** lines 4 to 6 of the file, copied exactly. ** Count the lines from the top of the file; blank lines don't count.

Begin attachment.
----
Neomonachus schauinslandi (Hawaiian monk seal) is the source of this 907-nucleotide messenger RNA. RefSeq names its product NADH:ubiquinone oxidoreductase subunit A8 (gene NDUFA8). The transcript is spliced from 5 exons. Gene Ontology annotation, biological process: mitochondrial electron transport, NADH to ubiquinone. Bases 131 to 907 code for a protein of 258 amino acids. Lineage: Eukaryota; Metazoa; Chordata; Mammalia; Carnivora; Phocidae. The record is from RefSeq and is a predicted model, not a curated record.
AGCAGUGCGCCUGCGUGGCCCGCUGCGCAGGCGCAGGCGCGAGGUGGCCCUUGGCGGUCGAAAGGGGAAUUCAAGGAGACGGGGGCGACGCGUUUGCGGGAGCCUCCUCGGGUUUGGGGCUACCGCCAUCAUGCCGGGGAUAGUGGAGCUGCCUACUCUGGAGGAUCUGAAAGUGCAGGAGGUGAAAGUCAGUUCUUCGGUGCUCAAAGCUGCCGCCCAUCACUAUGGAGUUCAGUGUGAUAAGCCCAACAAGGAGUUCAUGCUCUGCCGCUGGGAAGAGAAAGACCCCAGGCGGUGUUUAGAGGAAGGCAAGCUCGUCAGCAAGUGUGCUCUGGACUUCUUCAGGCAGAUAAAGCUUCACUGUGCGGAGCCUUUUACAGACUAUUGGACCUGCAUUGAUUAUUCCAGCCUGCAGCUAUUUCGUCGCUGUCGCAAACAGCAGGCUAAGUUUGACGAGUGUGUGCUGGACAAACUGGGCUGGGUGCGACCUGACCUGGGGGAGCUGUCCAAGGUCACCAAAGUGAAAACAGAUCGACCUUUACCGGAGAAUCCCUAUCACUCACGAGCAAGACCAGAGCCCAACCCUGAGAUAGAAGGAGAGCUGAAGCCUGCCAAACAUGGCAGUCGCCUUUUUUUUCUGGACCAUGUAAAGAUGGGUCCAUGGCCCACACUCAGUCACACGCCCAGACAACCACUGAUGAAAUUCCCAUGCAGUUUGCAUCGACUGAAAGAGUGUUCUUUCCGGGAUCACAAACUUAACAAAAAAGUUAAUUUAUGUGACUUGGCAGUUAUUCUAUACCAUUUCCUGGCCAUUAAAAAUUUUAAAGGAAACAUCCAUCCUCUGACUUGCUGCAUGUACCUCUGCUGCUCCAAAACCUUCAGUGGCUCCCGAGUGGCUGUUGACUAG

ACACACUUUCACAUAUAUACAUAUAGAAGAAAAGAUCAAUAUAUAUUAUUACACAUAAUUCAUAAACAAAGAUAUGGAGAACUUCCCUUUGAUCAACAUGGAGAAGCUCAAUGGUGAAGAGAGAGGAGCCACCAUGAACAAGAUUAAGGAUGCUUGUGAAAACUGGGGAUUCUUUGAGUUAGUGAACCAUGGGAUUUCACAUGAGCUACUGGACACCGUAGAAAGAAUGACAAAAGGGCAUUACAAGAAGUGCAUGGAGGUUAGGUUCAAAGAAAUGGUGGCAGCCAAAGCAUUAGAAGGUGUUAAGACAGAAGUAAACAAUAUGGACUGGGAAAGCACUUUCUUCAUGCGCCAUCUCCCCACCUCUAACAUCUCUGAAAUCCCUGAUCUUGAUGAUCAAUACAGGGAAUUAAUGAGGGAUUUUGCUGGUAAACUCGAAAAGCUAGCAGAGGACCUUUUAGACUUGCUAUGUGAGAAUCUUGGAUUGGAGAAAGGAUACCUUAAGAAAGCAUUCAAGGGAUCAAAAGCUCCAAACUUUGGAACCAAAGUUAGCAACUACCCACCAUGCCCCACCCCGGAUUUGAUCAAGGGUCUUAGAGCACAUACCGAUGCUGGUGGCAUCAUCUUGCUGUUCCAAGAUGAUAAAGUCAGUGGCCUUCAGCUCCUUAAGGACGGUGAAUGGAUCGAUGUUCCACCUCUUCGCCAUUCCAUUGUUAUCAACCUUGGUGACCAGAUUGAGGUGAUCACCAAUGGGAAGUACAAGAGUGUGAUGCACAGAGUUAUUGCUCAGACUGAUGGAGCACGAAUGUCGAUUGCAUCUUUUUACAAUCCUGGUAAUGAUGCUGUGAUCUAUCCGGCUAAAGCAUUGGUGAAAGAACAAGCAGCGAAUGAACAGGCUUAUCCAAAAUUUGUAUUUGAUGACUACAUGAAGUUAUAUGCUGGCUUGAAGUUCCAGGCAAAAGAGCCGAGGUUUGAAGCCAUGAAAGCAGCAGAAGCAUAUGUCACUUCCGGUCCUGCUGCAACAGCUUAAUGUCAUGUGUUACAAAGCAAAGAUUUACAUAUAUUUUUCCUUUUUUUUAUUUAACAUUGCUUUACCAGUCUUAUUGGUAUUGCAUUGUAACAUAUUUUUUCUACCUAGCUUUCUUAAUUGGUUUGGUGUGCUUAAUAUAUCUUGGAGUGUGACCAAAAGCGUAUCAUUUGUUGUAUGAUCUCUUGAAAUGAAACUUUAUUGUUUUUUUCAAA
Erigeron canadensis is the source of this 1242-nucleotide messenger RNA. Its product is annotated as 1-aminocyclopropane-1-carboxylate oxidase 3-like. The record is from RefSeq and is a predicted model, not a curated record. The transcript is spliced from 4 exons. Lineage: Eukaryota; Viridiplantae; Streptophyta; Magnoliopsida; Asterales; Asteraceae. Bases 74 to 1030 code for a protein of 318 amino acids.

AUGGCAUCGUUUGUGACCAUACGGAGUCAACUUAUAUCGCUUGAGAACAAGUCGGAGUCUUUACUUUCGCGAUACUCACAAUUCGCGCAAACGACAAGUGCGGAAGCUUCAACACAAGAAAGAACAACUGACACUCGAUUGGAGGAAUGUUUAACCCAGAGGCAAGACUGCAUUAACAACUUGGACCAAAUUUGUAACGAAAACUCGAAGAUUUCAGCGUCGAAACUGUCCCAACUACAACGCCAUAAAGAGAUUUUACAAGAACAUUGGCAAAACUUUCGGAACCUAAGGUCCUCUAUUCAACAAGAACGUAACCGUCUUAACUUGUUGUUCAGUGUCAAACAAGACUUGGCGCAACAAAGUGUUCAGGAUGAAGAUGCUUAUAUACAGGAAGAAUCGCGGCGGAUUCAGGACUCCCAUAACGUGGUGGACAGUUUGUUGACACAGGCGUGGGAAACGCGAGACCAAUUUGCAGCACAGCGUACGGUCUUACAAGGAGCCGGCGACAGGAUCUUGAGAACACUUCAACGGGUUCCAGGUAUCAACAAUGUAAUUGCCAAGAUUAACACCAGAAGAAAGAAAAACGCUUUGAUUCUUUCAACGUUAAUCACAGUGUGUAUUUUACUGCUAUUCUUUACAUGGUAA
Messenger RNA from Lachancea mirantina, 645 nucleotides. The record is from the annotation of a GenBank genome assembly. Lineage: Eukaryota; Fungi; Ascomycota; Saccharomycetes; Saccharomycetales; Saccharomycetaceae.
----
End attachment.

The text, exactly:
Erigeron canadensis is the source of this 1242-nucleotide messenger RNA. Its product is annotated as 1-aminocyclopropane-1-carboxylate oxidase 3-like. The record is from RefSeq and is a predicted model, not a curated record. The transcript is spliced from 4 exons. Lineage: Eukaryota; Viridiplantae; Streptophyta; Magnoliopsida; Asterales; Asteraceae. Bases 74 to 1030 code for a protein of 318 amino acids.

AUGGCAUCGUUUGUGACCAUACGGAGUCAACUUAUAUCGCUUGAGAACAAGUCGGAGUCUUUACUUUCGCGAUACUCACAAUUCGCGCAAACGACAAGUGCGGAAGCUUCAACACAAGAAAGAACAACUGACACUCGAUUGGAGGAAUGUUUAACCCAGAGGCAAGACUGCAUUAACAACUUGGACCAAAUUUGUAACGAAAACUCGAAGAUUUCAGCGUCGAAACUGUCCCAACUACAACGCCAUAAAGAGAUUUUACAAGAACAUUGGCAAAACUUUCGGAACCUAAGGUCCUCUAUUCAACAAGAACGUAACCGUCUUAACUUGUUGUUCAGUGUCAAACAAGACUUGGCGCAACAAAGUGUUCAGGAUGAAGAUGCUUAUAUACAGGAAGAAUCGCGGCGGAUUCAGGACUCCCAUAACGUGGUGGACAGUUUGUUGACACAGGCGUGGGAAACGCGAGACCAAUUUGCAGCACAGCGUACGGUCUUACAAGGAGCCGGCGACAGGAUCUUGAGAACACUUCAACGGGUUCCAGGUAUCAACAAUGUAAUUGCCAAGAUUAACACCAGAAGAAAGAAAAACGCUUUGAUUCUUUCAACGUUAAUCACAGUGUGUAUUUUACUGCUAUUCUUUACAUGGUAA
Messenger RNA from Lachancea mirantina, 645 nucleotides. The record is from the annotation of a GenBank genome assembly. Lineage: Eukaryota; Fungi; Ascomycota; Saccharomycetes; Saccharomycetales; Saccharomycetaceae.